Teachers Network
Translate Translate English to Chinese Translate English to French
  Translate English to German Translate English to Italian Translate English to Japan
  Translate English to Korean Russian Translate English to Spanish
Lesson Plan Search
Proud New Owners of teachnet.org... We're Very Flattered... But Please Stop Copying this Site. Thank You.
Our Lesson Plans
TeachNet Curriculum Units
Classroom Specials
Popular Teacher Designed Activities
TeachNet NYC Dirctory of Lesson Plans

VIDEOS FOR TEACHERS
RESOURCES
Teachers Network Leadership Institute
How-To Articles
Videos About Teaching
Effective Teachers Website
Lesson Plans
TeachNet Curriculum Units
Classroom Specials
Teacher Research
For NYC Teachers
For New Teachers
HOW-TO ARTICLES
TEACHER RESEARCH
LINKS

GRANT WINNERS
TeachNet Grant:
Lesson Plans
2010
TeachNet Grant Winners
2009
TeachNet Grant Winners
Adaptor Grant Winners
2008
TeachNet Grant Winners
Adaptor Grant Winners
2007
TeachNet Grant Winners
Adaptor Grant Winners
Other Grant Winners
Power-to-Learn
Math and Science Learning
Ready-Set-Tech
Impact II
Grant Resources
Grant How-To's
Free Resources for Teachers
ABOUT
Our Mission
Funders
   Pacesetters
   Benefactors
   Donors
   Sponsors
   Contributors
   Friends
Press
   Articles
   Press Releases
Awards
   Cine
   Silver Reel
   2002 Educational Publishers Award

Sitemap

Daily Classroom Special
Bits & Bytes:  
About this Daily Classroom Special
Bits & Bytes combines technology objectives, activity ideas, web sites, and resources in an effort to make it easier for everyone to incorporate technology into their instruction. Bits & Bytes is maintained by Barbara Smith, Magnet Coordinator at Harvard Elementary, Houston (TX) and Teachers Network  web mentor.  If you have any materials or web sites to contribute, please feel free to email Barbara.

To the Bits & Bytes Directory

K-2 Objective:

Use networking terminology such as on-line, network, or password and access remote equipment on a network such as a printer.

Contrast on-line and off-line. Show students how you can work on a computer whether it is networked or not. If it has an active connection to a phone line, Internet, or a server, it is on-line. Being on-line lets you communicate with other people and machines, sharing programs, hardware, and information. If it is a stand-alone or not connected, then it is off-line. People also use these methods in combination. They go on-line to do something (usually to download files), then work on the files off-line. If you are paying for on-line time with your service provider, this combination method lessens your on-line time and saves you money.

You can relate this to using a cell phone. Someone calls you and gives you a math problem. If you stay on the phone while you solve the problem, you are on-line and using more airtime, costing you more money. The best use of resources is to get the problem, hang up, solve the problem, and call back when you have the answer.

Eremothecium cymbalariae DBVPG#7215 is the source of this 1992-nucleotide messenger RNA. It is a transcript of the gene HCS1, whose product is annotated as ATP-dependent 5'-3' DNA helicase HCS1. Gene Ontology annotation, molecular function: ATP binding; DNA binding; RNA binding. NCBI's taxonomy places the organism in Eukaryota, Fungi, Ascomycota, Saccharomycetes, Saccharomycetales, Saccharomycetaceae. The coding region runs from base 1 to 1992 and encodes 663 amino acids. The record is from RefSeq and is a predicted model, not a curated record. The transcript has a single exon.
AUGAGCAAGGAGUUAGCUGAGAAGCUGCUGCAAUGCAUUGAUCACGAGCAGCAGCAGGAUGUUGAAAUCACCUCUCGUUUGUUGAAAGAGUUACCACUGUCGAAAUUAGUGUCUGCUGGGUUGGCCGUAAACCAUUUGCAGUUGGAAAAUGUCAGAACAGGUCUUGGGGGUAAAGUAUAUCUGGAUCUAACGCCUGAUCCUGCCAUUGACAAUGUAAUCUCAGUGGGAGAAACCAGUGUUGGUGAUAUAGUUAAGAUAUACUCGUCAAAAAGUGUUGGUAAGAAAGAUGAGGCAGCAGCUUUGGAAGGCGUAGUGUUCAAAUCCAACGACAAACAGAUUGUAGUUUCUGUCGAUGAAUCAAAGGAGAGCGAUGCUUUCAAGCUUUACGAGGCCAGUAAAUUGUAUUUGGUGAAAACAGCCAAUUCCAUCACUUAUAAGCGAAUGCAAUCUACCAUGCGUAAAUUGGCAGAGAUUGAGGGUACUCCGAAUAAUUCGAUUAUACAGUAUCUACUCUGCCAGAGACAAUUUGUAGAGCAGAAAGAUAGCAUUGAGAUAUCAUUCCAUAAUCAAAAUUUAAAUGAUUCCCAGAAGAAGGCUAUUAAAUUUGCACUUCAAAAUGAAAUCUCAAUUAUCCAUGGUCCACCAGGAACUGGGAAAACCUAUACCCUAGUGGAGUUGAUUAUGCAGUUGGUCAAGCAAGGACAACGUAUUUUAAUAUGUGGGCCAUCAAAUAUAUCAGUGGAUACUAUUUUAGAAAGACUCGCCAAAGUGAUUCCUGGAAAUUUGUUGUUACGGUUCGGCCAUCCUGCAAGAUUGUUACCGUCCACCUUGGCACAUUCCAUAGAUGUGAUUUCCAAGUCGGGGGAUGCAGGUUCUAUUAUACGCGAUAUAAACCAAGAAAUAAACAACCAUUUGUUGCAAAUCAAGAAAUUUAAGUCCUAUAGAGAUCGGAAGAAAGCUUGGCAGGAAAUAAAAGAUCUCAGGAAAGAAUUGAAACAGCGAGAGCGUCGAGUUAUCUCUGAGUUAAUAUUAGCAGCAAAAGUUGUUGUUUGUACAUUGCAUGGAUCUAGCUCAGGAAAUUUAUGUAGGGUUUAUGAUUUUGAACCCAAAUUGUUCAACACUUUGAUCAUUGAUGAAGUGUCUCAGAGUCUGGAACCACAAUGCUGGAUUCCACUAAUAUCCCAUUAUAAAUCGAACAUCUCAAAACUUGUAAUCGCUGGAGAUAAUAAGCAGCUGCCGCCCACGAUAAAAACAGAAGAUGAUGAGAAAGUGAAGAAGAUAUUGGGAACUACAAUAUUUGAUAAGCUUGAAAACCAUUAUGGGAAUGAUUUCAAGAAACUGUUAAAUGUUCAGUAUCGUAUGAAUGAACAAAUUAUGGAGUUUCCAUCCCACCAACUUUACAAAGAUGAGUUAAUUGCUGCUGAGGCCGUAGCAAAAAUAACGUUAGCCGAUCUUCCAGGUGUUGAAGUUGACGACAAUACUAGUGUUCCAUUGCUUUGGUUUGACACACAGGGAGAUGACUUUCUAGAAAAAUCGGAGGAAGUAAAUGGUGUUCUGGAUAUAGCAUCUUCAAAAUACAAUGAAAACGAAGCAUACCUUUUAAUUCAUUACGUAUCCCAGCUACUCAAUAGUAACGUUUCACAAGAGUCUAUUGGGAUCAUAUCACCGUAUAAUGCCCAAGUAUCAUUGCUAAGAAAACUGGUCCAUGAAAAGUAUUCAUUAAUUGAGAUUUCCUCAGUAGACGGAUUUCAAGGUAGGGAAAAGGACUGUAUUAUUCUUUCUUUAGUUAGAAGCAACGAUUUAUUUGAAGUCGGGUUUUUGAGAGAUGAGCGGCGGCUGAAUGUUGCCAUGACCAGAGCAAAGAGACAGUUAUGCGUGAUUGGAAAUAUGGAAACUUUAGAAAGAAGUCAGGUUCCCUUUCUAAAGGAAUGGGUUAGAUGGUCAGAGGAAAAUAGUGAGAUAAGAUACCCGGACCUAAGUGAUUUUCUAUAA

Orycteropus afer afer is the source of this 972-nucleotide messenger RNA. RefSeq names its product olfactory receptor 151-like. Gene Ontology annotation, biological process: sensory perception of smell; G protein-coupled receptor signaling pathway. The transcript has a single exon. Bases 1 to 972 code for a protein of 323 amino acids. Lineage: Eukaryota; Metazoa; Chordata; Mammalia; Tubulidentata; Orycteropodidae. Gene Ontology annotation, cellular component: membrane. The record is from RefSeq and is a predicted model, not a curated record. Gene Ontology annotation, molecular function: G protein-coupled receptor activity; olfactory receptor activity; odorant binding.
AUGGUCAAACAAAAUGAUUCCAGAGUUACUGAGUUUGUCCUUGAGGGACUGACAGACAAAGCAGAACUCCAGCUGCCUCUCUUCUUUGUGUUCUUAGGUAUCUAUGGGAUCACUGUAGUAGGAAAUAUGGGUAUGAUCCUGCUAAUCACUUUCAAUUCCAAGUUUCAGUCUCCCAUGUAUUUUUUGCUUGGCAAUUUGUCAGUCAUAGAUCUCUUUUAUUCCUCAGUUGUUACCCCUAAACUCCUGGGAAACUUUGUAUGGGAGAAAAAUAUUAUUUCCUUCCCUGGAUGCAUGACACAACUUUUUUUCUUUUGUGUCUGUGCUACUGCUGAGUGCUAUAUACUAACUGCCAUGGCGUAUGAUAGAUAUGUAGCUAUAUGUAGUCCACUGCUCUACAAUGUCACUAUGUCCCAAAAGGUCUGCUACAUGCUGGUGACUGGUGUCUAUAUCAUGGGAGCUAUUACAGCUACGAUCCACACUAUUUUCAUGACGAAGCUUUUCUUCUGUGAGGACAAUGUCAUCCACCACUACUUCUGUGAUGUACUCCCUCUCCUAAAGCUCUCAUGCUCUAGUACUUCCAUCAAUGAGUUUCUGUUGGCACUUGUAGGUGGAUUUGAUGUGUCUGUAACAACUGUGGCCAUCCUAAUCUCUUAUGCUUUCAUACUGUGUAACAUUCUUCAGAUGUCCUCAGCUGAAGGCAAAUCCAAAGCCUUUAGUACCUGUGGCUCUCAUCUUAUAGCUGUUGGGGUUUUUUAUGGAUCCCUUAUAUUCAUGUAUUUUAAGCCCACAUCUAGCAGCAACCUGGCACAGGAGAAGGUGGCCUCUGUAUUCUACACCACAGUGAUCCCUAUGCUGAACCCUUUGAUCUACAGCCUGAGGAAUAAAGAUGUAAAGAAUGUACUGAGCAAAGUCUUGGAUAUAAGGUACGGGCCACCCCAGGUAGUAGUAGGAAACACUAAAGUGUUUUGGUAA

Network: Get several books about a topic from the library, and distribute to individuals in the classroom. Ask them how much they can learn if they only look at their book. How much could they learn if they looked at all the books? Use yarn to show how computers and other peripherals are joined together (networked) to let you use more resources, sharing information that each person has. If possible, take students to view a server in the building, or bring in a picture of one. Show them how the cables connect the hardware together.

If you are connected to a network printer, let a child draw a picture on a computer, then print to the network printer, and retrieve. How does a network let us share work and ideas with others?

Password: bring locking diary or box. Relate how a password is like a key that lets only us get into our own work and network. Why do people get upset when others get into their work and "hack" a site? Why is it illegal?

3-5 Objective

Identify and describe the characteristics of digital input, processing, and output.

Bring a simple appliance from home (toaster, waffle iron, paper shredder, food processor) and relate input, processing, and output. Example with toaster: Illustrate putting an item in (bread = input), the appliance does some work on the item (heating the bread = processing), take it out (toasted bread = output).

Now relate this to a computer:
Input=wiggling your fingers on the keyboard
Processing=computer puts letters and numbers on an imaginary piece of paper in a format we choose
Output=final product, letter, graph, etc.

 

Come across an outdated link?
Please visit The Wayback Machine to find what you are looking for.

 

Journey Back to the Great Before